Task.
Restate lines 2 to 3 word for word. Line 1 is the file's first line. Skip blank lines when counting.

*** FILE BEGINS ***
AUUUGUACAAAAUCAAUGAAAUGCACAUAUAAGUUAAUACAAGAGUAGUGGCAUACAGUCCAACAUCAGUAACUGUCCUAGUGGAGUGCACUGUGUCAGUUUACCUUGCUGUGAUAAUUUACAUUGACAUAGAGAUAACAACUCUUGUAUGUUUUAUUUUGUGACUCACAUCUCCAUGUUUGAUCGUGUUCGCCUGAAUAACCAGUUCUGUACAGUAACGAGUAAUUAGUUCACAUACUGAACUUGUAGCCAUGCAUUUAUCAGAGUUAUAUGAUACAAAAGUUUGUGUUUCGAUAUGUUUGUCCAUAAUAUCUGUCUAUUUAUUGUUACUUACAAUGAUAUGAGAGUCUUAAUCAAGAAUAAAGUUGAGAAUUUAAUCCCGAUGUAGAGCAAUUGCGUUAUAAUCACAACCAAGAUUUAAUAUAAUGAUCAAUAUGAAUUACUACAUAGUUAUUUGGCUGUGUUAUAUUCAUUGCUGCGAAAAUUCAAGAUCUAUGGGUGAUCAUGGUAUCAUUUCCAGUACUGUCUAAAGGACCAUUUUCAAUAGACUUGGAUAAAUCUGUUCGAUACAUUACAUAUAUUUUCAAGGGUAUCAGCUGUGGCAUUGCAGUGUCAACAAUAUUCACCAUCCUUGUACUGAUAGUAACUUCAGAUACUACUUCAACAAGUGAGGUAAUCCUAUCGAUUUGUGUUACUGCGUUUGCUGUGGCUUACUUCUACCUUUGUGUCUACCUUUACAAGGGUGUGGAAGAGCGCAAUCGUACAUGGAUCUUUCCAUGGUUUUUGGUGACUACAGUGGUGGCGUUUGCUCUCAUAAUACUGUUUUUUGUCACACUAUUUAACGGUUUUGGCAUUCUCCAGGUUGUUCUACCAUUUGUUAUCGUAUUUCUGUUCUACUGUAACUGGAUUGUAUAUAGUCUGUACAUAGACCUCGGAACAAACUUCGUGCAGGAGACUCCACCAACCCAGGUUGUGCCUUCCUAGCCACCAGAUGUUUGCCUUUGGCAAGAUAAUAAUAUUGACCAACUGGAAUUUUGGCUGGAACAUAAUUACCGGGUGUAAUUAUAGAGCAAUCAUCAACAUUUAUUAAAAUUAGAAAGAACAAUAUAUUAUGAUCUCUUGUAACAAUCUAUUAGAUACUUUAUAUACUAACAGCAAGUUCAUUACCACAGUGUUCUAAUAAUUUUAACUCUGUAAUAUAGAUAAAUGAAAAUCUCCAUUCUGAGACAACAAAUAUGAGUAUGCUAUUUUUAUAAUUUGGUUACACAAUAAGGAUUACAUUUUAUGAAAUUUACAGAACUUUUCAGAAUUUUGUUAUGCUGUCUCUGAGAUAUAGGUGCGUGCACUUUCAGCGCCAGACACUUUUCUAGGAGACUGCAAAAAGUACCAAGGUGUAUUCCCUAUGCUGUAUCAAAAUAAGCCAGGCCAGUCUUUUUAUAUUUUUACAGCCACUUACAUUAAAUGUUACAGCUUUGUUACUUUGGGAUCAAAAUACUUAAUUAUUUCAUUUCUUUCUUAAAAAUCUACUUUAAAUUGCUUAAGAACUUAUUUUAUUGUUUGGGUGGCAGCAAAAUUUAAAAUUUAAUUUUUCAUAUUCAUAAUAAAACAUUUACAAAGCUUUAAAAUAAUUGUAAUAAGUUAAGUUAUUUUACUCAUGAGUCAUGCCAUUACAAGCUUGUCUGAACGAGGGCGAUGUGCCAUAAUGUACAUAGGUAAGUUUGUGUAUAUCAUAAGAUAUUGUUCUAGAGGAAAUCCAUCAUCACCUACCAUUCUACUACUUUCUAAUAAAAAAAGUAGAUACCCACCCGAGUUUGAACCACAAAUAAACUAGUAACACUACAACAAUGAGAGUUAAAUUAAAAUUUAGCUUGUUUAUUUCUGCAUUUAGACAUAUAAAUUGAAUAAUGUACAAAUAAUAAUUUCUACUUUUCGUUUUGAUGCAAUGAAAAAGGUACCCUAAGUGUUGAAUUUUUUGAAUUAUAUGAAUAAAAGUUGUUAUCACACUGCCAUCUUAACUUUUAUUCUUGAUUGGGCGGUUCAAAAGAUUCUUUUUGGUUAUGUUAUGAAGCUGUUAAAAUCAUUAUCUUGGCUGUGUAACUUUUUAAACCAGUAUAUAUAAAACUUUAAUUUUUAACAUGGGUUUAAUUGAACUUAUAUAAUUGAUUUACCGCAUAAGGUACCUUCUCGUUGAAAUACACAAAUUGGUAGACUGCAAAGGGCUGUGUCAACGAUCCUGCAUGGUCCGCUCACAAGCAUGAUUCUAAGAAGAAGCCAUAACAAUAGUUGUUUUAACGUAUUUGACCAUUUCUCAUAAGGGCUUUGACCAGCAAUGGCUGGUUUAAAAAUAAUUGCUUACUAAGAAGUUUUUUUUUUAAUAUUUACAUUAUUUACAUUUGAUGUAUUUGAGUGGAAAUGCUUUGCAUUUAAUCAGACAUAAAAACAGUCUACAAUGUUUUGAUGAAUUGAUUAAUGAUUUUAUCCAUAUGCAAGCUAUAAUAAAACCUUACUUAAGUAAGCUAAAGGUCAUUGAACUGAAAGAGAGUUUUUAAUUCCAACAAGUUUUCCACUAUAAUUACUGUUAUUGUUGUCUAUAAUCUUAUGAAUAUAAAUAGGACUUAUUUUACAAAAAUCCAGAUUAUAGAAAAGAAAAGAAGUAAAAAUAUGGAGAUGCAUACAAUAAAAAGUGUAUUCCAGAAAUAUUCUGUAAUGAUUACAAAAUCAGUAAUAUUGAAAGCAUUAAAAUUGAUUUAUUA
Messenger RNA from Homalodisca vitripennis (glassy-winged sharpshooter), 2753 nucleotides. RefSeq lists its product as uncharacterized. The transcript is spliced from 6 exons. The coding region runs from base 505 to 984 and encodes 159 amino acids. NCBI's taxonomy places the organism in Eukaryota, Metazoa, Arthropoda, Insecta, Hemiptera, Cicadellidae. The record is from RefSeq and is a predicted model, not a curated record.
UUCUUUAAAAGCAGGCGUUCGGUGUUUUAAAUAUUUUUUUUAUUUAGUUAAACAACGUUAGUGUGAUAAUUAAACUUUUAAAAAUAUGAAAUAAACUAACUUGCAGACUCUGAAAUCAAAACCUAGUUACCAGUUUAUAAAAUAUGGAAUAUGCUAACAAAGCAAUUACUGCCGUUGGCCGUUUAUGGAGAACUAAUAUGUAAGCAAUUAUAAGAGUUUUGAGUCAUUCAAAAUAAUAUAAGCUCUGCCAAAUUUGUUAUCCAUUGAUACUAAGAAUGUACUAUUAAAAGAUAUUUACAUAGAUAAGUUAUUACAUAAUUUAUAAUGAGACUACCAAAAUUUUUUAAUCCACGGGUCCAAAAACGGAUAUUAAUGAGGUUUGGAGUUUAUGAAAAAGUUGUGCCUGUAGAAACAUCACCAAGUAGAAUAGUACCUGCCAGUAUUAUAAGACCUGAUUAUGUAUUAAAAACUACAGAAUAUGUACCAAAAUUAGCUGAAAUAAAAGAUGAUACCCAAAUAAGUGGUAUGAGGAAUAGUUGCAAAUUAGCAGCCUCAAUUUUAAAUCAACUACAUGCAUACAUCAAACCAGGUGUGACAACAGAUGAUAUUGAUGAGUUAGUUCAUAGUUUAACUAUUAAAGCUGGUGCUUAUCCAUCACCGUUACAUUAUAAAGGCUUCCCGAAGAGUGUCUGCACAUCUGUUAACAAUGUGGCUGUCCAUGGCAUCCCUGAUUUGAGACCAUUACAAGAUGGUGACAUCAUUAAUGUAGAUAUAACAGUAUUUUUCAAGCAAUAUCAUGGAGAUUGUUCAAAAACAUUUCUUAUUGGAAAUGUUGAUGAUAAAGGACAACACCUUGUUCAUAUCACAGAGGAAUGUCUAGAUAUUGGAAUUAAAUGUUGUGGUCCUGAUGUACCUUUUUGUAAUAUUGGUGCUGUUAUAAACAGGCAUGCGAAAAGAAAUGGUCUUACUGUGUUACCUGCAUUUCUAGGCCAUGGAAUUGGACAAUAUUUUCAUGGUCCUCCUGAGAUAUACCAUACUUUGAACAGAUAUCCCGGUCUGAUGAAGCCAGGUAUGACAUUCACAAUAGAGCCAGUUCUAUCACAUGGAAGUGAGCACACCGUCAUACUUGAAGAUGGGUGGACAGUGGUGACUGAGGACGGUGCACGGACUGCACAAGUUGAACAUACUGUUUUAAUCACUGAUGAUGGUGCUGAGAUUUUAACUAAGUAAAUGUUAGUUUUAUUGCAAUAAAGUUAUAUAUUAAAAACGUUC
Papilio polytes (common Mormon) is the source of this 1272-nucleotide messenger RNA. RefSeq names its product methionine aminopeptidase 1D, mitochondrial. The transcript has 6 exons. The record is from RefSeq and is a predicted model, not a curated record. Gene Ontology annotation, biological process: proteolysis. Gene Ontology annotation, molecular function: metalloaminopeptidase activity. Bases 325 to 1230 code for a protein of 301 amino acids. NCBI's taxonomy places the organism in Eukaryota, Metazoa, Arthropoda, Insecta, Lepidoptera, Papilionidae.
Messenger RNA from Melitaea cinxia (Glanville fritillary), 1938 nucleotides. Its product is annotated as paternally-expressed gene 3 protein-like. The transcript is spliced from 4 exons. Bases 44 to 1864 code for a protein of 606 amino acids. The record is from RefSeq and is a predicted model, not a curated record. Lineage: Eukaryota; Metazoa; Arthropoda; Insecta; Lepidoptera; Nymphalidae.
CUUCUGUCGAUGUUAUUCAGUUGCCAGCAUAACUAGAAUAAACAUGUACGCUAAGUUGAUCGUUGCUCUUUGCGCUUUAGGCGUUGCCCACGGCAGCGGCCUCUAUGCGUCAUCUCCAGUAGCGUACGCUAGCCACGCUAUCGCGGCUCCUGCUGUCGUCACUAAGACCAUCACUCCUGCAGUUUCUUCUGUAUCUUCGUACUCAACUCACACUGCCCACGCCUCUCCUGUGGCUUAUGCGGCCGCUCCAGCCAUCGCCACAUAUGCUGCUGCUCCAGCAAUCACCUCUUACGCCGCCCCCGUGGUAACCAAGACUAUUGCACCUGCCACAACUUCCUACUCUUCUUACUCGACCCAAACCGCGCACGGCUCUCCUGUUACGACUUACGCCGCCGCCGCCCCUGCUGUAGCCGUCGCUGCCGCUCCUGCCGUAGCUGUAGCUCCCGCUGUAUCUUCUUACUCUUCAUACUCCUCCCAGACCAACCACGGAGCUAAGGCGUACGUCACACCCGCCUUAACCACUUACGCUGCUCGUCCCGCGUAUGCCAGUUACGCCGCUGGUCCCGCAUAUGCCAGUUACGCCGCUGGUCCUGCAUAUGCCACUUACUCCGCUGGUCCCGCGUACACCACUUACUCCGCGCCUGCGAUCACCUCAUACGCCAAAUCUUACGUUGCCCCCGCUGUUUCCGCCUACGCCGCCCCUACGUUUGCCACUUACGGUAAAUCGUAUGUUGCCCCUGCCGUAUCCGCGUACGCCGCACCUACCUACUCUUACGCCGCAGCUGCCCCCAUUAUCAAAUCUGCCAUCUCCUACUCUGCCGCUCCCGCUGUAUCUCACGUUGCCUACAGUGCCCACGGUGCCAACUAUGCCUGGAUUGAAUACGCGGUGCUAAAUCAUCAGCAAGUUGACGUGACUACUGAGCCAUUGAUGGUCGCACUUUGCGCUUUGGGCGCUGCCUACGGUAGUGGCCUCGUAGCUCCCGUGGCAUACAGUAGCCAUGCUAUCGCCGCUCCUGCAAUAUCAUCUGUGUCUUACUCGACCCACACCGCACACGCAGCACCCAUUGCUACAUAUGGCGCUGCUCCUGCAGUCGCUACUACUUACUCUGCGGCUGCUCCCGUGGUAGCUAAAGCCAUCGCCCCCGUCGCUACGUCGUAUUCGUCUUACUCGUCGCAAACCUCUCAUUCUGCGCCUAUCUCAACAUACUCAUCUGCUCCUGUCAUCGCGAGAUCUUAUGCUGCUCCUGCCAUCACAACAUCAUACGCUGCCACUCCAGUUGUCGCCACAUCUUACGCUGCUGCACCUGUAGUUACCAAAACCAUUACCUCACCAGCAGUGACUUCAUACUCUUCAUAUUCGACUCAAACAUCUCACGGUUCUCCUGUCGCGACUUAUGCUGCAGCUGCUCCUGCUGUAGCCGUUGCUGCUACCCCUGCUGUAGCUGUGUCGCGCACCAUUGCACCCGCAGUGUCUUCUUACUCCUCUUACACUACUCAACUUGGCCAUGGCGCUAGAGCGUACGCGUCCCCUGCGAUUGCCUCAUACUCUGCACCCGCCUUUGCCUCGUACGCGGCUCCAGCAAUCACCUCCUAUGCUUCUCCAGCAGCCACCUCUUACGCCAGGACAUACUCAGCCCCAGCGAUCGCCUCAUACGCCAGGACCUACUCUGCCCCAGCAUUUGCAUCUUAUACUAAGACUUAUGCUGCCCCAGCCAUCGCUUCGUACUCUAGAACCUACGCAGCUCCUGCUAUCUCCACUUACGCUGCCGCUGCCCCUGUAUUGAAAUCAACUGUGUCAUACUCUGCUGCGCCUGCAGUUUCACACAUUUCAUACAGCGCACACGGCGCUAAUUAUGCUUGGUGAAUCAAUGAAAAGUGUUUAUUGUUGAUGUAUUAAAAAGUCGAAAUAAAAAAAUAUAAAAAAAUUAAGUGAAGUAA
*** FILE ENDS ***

Messenger RNA from Homalodisca vitripennis (glassy-winged sharpshooter), 2753 nucleotides. RefSeq lists its product as uncharacterized. The transcript is spliced from 6 exons. The coding region runs from base 505 to 984 and encodes 159 amino acids. NCBI's taxonomy places the organism in Eukaryota, Metazoa, Arthropoda, Insecta, Hemiptera, Cicadellidae. The record is from RefSeq and is a predicted model, not a curated record.
UUCUUUAAAAGCAGGCGUUCGGUGUUUUAAAUAUUUUUUUUAUUUAGUUAAACAACGUUAGUGUGAUAAUUAAACUUUUAAAAAUAUGAAAUAAACUAACUUGCAGACUCUGAAAUCAAAACCUAGUUACCAGUUUAUAAAAUAUGGAAUAUGCUAACAAAGCAAUUACUGCCGUUGGCCGUUUAUGGAGAACUAAUAUGUAAGCAAUUAUAAGAGUUUUGAGUCAUUCAAAAUAAUAUAAGCUCUGCCAAAUUUGUUAUCCAUUGAUACUAAGAAUGUACUAUUAAAAGAUAUUUACAUAGAUAAGUUAUUACAUAAUUUAUAAUGAGACUACCAAAAUUUUUUAAUCCACGGGUCCAAAAACGGAUAUUAAUGAGGUUUGGAGUUUAUGAAAAAGUUGUGCCUGUAGAAACAUCACCAAGUAGAAUAGUACCUGCCAGUAUUAUAAGACCUGAUUAUGUAUUAAAAACUACAGAAUAUGUACCAAAAUUAGCUGAAAUAAAAGAUGAUACCCAAAUAAGUGGUAUGAGGAAUAGUUGCAAAUUAGCAGCCUCAAUUUUAAAUCAACUACAUGCAUACAUCAAACCAGGUGUGACAACAGAUGAUAUUGAUGAGUUAGUUCAUAGUUUAACUAUUAAAGCUGGUGCUUAUCCAUCACCGUUACAUUAUAAAGGCUUCCCGAAGAGUGUCUGCACAUCUGUUAACAAUGUGGCUGUCCAUGGCAUCCCUGAUUUGAGACCAUUACAAGAUGGUGACAUCAUUAAUGUAGAUAUAACAGUAUUUUUCAAGCAAUAUCAUGGAGAUUGUUCAAAAACAUUUCUUAUUGGAAAUGUUGAUGAUAAAGGACAACACCUUGUUCAUAUCACAGAGGAAUGUCUAGAUAUUGGAAUUAAAUGUUGUGGUCCUGAUGUACCUUUUUGUAAUAUUGGUGCUGUUAUAAACAGGCAUGCGAAAAGAAAUGGUCUUACUGUGUUACCUGCAUUUCUAGGCCAUGGAAUUGGACAAUAUUUUCAUGGUCCUCCUGAGAUAUACCAUACUUUGAACAGAUAUCCCGGUCUGAUGAAGCCAGGUAUGACAUUCACAAUAGAGCCAGUUCUAUCACAUGGAAGUGAGCACACCGUCAUACUUGAAGAUGGGUGGACAGUGGUGACUGAGGACGGUGCACGGACUGCACAAGUUGAACAUACUGUUUUAAUCACUGAUGAUGGUGCUGAGAUUUUAACUAAGUAAAUGUUAGUUUUAUUGCAAUAAAGUUAUAUAUUAAAAACGUUC